40,000 of various 2010 models to be recalled.
Apparently, those models have been experiencing problems with a defective ignition switch, which releases the key even if the vehicle's transmission isn't in park. Needless to say, this can cause vehicle movement when it certainly isn't desired (i.e., when you're not actually in the car, piloting it).
By Ronan McGrath
Standing on Wiebestrasse in suburban Berlin, you'll see an unassuming warehouse. But inside is a unique complex for owners and buyers of classic cars. Branding itself as a forum for car culture, the Meilenwerk has under one roof private storage facilities, restoration workshops, servicing facilities and dealers.
It is open without charge for visitors daily. There are no ropes or barriers, just a few discreet "Do Not Touch" signs. The number and variety of cars is simply staggering.
Cars are stacked in glass cases or just parked in lines inside the huge building. Upon entering I saw a genuine 427 Cobra parked behind an MGB. A magnificent early 3-liter Bentley was parked in a row that also contained some humble Volkswagens, an ultra rare and gorgeous Graber-bodied Alvis TD 21 and a Checker Aerobus.
But only one gearbox, the D-Drive, can deliver them.
Well, perhaps not all of it -- you'll need some of that knowledge to understand just how revolutionary the new D-Drive transmission could be. The "D" stands for "Durnin," as in Steve Durnin, the Australian plumber and plumbing inspector who, over the course of thousands of hours of tinkering, created a system that Gizmag is calling "ingenious" and, possibly, "the holy grail of gearboxes."
What's so revolutionary about the D-Drive is that it's an infinitely variable transmission -- not continuously variable, but infinitely variable. Thanks to a set of planetary gears and independent rotating shafts, the transmission facilitates an ideal level of mechanical advantage between the motor and its output, from top gear all the way down through neutral and even, amazingly, reverse. Not only that, but it requires no friction tools, such as a clutch or torque converter, which sap efficiency -- especially under heavy torque demands.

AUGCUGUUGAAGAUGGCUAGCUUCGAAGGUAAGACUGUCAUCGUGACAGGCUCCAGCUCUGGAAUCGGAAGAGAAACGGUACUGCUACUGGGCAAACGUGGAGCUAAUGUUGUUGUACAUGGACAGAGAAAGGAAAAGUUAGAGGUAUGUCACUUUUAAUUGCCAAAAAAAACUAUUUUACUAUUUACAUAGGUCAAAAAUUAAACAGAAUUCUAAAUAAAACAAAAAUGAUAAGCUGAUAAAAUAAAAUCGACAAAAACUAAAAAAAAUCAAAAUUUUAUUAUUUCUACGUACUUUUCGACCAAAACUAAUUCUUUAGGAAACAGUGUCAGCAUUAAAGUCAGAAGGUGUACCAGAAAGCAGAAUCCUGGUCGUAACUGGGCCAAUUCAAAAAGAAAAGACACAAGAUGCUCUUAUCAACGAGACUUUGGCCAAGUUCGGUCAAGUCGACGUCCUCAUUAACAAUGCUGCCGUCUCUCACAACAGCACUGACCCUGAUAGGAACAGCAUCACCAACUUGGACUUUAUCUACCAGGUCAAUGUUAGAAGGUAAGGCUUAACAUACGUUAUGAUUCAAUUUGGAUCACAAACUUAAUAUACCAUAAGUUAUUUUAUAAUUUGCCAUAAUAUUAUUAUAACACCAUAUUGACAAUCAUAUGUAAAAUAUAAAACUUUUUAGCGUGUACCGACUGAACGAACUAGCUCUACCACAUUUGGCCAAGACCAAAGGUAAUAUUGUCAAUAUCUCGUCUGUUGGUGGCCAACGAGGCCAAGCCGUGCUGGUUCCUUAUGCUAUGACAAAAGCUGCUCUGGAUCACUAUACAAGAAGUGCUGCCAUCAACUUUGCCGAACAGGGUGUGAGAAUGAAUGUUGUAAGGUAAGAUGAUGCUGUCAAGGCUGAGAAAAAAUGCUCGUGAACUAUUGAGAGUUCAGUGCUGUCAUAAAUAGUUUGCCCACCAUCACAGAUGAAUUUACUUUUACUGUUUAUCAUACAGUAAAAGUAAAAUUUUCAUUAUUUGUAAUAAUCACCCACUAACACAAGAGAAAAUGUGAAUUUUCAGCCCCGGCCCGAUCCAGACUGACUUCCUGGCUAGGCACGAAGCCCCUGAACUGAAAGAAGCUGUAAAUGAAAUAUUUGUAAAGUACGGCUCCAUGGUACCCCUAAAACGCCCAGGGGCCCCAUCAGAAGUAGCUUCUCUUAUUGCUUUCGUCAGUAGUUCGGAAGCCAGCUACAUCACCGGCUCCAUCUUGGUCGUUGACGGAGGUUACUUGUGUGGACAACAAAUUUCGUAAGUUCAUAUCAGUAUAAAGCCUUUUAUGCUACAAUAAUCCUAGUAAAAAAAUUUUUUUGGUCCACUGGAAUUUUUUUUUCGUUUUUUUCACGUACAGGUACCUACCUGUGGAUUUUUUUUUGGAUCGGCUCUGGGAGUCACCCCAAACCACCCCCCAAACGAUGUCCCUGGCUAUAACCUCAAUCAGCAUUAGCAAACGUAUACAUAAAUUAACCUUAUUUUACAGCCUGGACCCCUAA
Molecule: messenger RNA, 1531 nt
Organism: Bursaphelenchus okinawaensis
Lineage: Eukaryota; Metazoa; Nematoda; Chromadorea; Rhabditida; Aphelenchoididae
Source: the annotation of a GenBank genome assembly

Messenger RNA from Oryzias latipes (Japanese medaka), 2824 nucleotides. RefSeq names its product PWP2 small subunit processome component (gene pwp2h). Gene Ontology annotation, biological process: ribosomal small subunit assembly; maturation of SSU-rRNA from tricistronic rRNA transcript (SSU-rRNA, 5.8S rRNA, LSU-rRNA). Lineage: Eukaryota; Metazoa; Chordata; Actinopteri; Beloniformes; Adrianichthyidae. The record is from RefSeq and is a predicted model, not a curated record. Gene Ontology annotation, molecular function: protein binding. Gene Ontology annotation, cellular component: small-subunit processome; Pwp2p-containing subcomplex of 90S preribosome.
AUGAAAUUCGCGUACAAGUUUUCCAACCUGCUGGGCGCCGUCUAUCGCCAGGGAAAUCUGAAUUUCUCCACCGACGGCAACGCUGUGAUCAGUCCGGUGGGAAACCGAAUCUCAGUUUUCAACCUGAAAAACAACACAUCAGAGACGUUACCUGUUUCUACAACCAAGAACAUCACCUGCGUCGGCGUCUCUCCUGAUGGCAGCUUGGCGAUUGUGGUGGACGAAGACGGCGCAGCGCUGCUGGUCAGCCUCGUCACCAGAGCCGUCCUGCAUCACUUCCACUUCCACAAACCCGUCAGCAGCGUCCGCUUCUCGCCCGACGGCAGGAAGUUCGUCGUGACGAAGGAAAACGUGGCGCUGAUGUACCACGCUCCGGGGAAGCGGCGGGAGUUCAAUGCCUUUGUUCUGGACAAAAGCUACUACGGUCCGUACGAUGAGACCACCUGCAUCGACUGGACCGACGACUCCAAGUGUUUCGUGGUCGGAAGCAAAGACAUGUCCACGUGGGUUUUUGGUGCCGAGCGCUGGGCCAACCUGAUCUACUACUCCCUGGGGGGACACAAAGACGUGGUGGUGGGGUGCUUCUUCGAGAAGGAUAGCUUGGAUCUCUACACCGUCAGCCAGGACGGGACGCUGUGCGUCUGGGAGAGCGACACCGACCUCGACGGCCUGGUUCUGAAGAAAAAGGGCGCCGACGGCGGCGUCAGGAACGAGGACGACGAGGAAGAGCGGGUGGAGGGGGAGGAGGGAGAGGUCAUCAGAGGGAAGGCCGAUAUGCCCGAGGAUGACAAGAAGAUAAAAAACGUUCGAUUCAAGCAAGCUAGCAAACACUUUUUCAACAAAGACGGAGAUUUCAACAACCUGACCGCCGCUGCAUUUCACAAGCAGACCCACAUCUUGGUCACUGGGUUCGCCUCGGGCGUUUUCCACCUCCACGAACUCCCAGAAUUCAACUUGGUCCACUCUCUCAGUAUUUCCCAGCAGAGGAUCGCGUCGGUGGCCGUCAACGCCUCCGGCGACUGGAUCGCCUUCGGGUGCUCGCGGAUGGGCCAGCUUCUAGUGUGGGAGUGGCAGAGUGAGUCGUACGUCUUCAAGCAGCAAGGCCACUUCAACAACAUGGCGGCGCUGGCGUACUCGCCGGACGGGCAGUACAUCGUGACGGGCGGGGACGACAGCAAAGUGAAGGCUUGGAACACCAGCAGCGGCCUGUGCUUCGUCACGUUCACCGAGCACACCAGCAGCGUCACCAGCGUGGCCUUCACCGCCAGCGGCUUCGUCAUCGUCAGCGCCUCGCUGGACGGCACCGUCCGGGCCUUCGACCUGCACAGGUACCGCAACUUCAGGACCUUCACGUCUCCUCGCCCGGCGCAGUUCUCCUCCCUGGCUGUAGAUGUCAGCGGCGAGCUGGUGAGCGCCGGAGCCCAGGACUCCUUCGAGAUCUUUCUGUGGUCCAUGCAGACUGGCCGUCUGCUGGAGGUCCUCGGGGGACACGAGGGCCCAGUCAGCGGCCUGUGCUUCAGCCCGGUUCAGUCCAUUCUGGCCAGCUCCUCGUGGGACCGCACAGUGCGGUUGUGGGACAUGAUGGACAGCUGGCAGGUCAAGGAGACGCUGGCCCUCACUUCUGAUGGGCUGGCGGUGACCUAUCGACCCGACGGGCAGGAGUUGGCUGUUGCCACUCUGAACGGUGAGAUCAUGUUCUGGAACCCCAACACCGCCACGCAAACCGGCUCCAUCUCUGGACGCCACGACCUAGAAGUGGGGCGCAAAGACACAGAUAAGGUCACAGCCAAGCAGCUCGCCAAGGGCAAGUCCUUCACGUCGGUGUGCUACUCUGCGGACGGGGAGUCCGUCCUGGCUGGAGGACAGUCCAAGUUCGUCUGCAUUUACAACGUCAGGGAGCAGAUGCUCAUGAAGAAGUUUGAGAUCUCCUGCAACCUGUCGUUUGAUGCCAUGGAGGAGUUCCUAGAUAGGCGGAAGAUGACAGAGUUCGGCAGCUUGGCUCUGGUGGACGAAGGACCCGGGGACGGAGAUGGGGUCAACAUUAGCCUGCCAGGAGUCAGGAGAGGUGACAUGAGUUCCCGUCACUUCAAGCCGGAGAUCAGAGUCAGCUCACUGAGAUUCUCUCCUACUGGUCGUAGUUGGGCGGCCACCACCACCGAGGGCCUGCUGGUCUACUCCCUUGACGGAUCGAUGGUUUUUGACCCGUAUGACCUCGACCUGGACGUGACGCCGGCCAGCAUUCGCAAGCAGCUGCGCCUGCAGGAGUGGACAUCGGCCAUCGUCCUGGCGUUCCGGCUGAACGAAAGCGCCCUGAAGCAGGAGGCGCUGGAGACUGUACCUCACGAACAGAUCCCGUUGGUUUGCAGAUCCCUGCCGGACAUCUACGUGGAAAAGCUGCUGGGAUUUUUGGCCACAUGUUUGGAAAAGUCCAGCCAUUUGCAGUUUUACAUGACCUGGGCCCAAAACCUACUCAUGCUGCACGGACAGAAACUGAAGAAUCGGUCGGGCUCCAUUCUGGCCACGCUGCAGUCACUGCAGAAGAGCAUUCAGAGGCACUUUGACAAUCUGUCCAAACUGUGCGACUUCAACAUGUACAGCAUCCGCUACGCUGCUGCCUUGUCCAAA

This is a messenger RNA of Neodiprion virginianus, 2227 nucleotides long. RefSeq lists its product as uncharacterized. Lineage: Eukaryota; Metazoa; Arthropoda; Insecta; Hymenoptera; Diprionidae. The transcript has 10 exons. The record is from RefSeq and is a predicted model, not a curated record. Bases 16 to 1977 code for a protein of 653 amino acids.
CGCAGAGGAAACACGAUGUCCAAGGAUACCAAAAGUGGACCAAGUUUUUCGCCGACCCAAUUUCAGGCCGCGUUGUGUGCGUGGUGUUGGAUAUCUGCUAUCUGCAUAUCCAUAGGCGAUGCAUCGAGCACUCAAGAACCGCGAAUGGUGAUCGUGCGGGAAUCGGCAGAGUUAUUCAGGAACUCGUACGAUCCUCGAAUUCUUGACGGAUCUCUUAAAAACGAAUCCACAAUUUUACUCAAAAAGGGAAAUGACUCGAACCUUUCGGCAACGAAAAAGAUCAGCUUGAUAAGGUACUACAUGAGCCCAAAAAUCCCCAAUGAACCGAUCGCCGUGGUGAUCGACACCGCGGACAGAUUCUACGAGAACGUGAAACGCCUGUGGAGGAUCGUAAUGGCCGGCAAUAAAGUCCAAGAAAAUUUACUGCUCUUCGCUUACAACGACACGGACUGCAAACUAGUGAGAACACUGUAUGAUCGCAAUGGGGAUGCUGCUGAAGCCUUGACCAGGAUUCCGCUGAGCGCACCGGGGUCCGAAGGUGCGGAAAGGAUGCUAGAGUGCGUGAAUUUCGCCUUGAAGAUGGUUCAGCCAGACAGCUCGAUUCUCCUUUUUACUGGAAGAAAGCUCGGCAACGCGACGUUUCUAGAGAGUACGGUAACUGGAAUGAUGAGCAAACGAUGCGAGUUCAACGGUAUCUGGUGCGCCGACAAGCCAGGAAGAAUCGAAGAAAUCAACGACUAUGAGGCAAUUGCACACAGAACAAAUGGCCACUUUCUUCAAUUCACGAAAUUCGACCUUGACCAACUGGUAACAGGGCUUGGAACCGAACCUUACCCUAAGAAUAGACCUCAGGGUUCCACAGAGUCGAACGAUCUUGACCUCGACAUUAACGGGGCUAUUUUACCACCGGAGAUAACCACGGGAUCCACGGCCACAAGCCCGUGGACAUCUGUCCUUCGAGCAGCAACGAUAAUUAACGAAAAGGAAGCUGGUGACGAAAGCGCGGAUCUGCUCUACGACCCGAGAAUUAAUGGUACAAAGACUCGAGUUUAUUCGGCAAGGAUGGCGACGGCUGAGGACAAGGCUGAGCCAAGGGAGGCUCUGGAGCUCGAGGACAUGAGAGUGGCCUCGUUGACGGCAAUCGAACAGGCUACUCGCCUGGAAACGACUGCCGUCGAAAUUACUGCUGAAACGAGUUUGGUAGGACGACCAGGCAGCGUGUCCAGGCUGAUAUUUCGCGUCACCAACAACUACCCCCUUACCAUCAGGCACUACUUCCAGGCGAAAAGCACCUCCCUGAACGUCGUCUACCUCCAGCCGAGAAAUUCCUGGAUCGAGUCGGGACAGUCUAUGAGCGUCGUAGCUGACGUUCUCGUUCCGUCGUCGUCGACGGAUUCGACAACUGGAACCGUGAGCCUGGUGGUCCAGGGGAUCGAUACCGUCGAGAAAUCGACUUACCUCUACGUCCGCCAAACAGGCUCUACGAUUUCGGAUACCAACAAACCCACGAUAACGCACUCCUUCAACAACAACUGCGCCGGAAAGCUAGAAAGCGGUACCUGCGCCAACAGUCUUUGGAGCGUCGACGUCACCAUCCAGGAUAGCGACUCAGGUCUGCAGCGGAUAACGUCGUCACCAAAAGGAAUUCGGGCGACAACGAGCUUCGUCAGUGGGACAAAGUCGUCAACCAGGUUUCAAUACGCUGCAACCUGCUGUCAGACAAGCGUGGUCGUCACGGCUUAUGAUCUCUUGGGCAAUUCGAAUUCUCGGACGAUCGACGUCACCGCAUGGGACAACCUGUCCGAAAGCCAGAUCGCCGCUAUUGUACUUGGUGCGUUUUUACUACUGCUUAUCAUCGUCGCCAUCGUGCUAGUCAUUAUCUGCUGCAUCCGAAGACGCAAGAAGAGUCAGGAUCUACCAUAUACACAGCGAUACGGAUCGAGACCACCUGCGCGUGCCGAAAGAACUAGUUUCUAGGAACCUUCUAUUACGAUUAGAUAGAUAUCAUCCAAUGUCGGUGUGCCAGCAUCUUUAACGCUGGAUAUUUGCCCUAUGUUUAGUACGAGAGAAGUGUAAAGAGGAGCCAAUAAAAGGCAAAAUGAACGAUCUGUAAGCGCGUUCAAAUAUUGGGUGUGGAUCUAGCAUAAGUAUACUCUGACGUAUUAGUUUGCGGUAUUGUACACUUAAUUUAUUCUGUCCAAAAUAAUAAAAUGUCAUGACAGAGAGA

Toyota falls; domestics (and, yes, Honda) jump to fill top spots for brand loyalty.
What we do know is that the whole situation most certainly contributed to the world's largest automaker falling off as top brand for customer loyalty. According to Consumer Reports' National Research Center, Toyota has ceded that spot to another Japanese carmaker -- Honda -- and Ford, the sole domestic automaker that chose not to take federal bailout money. (Consumer Reports' research was conducted via 1,074 phone interviews of adults whose household accounted for at least one vehicle; the interviews were conducted among a representative probability sample of households.)
Legacy, Outback models recalled.
By Greg Migliore
Perhaps the most important vehicle to be launched by Chrysler this year, the 2011 Jeep Grand Cherokee, will start at a price that's a shade less than $33,000 for a four-wheel-drive model. The base model with two-wheel drive is $30,995.
This Jeep, shown in concept form for more than a year, is critical to refreshing the Detroit automaker's aging lineup and generating some much-needed product mojo.
The Grand Cherokee arrives in June and will be joined by updated versions of the Dodge Charger and the Chrysler 300 later this year. These vehicles, along with the well-received Ram and the soon-to-be-refreshed Dodge Avenger and Chrysler Sebring (or whatever it will be called), will form the basis of Chrysler's revitalization efforts.
Two big luxury sedans are named IIHS Top Safety Picks
The IIHS takes into account front, side, rollover and rear crash protection ratings; vehicles must receive top marks in all four. In addition, the vehicles must have electronic stability control, which is a standard feature on both the Genesis and the E-Class.
Is there a lesson America can learn from it?
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Clifford Atiyeh has spent his entire life driving cars he doesn't own. Raised in Volvos, he has grown to love fast, irresponsible vehicles of all kinds. He is the senior news editor at MSN Autos and also reports for Car and Driver, Road & Track, The Boston Globe and other publications.
In the garage: 21-speed Iron Horse, 2002 Jeep Wrangler X (not his)
Doug Newcomb has covered car technology for over 20 years for outlets ranging from Rolling Stone to Edmunds.com. In 2008, he published his first book, "Car Audio for Dummies" (Wiley). He lives and drives in Hood River, Ore., with his wife and two kids, who share his passion for cars and technology.
In the garage: 1996 Chevrolet Impala SS, two 1984 Chevrolet Blazers, 2008 Honda CR-V
James Tate learned to drive stick at age 13 in a 1988 Land Cruiser - in La Paz, Bolivia. He's since been a mechanic, on a pit crew and has wrenched on every car he's owned since his first 1989 Honda CRX Si (and won't stop until the car is a 1973 Porsche 911 RS). His work has appeared in Car and Driver, Popular Mechanics, Automobile and others.
In the garage: 1995 Porsche 911 Carrera, 1988 BMW M5
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